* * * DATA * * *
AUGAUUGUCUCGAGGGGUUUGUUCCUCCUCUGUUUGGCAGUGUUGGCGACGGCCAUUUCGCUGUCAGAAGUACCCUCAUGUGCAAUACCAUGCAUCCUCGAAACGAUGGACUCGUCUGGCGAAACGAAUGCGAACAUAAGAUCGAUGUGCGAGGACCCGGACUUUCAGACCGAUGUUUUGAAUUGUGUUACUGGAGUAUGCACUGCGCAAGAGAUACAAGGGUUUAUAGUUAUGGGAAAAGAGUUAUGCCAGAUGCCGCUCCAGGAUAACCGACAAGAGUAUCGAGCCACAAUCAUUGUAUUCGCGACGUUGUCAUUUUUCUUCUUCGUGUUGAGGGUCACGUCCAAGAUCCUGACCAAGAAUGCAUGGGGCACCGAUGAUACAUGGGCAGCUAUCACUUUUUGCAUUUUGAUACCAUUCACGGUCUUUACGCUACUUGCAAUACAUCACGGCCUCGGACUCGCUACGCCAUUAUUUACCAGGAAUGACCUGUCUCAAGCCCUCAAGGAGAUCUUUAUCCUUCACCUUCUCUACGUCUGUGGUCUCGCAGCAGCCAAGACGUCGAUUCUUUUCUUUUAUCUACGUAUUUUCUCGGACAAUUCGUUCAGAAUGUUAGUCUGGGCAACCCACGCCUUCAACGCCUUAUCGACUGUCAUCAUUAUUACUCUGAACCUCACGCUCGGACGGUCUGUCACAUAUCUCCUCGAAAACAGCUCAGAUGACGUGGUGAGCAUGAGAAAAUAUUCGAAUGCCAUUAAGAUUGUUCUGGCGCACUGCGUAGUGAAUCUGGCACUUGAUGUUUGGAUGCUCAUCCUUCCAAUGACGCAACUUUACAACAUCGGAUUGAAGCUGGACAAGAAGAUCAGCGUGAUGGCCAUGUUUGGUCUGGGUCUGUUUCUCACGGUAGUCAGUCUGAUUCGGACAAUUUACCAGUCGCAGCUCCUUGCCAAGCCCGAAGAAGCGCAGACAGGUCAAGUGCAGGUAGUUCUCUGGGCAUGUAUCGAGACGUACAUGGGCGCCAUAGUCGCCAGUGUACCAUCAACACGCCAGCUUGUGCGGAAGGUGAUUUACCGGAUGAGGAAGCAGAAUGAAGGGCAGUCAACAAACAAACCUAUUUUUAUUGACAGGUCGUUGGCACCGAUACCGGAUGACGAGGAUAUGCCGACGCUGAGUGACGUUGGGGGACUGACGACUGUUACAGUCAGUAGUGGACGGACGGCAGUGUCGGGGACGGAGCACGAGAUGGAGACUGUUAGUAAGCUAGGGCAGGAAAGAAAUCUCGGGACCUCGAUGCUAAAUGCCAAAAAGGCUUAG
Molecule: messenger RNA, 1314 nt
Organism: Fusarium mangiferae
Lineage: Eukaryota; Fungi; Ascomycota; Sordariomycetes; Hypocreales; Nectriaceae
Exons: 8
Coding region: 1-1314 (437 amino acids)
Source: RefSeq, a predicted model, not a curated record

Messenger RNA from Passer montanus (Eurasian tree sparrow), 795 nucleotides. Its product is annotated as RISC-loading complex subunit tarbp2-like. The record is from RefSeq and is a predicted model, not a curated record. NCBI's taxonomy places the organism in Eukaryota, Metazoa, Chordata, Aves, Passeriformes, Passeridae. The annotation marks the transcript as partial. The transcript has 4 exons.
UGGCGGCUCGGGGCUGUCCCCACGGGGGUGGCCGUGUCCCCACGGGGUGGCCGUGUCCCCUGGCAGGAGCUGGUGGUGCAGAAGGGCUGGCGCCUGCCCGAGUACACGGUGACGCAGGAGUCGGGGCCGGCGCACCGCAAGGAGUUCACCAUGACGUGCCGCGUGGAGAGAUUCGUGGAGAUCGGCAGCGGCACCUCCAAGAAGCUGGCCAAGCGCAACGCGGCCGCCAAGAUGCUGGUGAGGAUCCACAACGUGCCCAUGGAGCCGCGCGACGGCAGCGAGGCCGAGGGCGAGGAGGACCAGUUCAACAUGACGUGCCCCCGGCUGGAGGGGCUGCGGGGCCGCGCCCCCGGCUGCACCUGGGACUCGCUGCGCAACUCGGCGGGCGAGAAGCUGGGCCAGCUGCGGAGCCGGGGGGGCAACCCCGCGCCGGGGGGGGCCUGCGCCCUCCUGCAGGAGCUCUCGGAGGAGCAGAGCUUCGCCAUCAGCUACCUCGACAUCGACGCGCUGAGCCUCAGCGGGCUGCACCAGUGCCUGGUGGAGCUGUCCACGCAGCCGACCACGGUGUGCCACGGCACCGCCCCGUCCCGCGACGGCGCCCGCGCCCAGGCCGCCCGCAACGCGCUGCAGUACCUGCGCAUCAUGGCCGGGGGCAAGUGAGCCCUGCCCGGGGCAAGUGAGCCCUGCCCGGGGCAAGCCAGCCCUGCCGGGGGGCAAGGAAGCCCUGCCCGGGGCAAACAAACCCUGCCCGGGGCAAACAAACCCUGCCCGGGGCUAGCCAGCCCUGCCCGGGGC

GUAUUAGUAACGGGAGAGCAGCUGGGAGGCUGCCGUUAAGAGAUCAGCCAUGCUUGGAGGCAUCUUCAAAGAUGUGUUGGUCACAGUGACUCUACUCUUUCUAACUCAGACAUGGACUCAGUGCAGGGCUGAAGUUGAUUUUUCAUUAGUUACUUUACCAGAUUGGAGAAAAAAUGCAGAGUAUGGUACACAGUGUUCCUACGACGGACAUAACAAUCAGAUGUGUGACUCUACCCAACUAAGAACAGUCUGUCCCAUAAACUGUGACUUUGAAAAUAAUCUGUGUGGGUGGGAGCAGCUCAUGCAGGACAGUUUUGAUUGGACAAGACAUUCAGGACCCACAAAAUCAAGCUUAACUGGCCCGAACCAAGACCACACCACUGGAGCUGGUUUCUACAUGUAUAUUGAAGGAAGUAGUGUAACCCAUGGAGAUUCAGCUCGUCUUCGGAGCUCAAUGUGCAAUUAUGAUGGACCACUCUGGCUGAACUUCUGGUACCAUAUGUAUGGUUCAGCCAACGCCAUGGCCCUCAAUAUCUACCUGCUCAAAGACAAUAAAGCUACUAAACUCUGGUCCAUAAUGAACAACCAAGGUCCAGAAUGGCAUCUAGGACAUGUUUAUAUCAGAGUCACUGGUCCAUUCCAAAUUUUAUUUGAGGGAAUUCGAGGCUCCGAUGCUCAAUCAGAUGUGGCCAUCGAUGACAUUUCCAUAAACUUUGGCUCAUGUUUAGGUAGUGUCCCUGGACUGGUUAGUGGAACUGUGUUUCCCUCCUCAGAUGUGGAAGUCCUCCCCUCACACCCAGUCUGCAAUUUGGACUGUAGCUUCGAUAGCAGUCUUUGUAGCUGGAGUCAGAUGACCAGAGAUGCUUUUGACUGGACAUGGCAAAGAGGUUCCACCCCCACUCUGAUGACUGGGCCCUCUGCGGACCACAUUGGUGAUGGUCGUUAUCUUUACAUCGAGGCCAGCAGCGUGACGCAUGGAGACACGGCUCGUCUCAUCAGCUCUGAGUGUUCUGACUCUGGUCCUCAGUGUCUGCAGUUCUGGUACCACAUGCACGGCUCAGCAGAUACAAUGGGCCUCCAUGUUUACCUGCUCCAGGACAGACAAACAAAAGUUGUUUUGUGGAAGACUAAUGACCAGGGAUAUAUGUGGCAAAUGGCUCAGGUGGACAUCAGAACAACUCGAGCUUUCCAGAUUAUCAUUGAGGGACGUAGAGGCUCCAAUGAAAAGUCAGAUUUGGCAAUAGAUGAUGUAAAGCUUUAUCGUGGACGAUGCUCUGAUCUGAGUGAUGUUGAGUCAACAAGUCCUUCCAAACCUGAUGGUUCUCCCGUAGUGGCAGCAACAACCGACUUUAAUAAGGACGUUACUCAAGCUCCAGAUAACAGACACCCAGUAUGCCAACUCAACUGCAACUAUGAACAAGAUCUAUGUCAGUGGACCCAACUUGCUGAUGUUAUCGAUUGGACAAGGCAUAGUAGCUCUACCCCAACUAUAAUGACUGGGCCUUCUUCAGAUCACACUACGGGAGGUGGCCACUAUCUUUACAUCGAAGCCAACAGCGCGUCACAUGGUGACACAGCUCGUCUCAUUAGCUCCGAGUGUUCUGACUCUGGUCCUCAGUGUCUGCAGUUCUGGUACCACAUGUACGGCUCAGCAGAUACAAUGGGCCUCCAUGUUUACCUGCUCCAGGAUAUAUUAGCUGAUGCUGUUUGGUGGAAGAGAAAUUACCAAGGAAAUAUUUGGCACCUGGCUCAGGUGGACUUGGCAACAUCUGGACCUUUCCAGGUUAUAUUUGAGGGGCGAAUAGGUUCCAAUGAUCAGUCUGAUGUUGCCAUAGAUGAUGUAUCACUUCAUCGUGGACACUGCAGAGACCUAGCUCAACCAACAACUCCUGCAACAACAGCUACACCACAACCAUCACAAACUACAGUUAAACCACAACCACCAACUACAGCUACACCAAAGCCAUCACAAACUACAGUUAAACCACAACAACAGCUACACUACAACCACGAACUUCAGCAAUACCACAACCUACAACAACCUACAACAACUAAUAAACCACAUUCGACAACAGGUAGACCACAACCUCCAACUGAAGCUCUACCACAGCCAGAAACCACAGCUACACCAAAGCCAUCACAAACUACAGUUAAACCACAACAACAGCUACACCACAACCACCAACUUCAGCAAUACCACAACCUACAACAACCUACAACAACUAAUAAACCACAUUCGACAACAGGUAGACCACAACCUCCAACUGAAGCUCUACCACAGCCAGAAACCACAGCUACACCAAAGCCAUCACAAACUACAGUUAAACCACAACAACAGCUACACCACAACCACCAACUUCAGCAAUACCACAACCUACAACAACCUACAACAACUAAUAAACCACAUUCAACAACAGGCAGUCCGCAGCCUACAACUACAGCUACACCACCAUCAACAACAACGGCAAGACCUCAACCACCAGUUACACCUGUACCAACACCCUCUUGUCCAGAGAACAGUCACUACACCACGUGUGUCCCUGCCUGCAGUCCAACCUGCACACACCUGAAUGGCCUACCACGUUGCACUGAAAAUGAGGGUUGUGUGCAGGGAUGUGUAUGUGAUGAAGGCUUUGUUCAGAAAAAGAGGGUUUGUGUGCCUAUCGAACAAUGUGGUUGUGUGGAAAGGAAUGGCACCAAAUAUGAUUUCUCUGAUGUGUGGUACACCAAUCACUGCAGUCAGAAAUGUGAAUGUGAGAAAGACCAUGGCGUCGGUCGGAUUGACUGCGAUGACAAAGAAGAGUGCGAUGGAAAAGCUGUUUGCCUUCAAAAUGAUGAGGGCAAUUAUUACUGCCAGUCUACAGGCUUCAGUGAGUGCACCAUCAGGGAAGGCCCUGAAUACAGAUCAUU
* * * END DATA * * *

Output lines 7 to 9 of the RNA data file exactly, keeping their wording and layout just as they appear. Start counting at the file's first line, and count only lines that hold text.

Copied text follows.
Source: RefSeq, a predicted model, not a curated record

Messenger RNA from Passer montanus (Eurasian tree sparrow), 795 nucleotides. Its product is annotated as RISC-loading complex subunit tarbp2-like. The record is from RefSeq and is a predicted model, not a curated record. NCBI's taxonomy places the organism in Eukaryota, Metazoa, Chordata, Aves, Passeriformes, Passeridae. The annotation marks the transcript as partial. The transcript has 4 exons.
UGGCGGCUCGGGGCUGUCCCCACGGGGGUGGCCGUGUCCCCACGGGGUGGCCGUGUCCCCUGGCAGGAGCUGGUGGUGCAGAAGGGCUGGCGCCUGCCCGAGUACACGGUGACGCAGGAGUCGGGGCCGGCGCACCGCAAGGAGUUCACCAUGACGUGCCGCGUGGAGAGAUUCGUGGAGAUCGGCAGCGGCACCUCCAAGAAGCUGGCCAAGCGCAACGCGGCCGCCAAGAUGCUGGUGAGGAUCCACAACGUGCCCAUGGAGCCGCGCGACGGCAGCGAGGCCGAGGGCGAGGAGGACCAGUUCAACAUGACGUGCCCCCGGCUGGAGGGGCUGCGGGGCCGCGCCCCCGGCUGCACCUGGGACUCGCUGCGCAACUCGGCGGGCGAGAAGCUGGGCCAGCUGCGGAGCCGGGGGGGCAACCCCGCGCCGGGGGGGGCCUGCGCCCUCCUGCAGGAGCUCUCGGAGGAGCAGAGCUUCGCCAUCAGCUACCUCGACAUCGACGCGCUGAGCCUCAGCGGGCUGCACCAGUGCCUGGUGGAGCUGUCCACGCAGCCGACCACGGUGUGCCACGGCACCGCCCCGUCCCGCGACGGCGCCCGCGCCCAGGCCGCCCGCAACGCGCUGCAGUACCUGCGCAUCAUGGCCGGGGGCAAGUGAGCCCUGCCCGGGGCAAGUGAGCCCUGCCCGGGGCAAGCCAGCCCUGCCGGGGGGCAAGGAAGCCCUGCCCGGGGCAAACAAACCCUGCCCGGGGCAAACAAACCCUGCCCGGGGCUAGCCAGCCCUGCCCGGGGC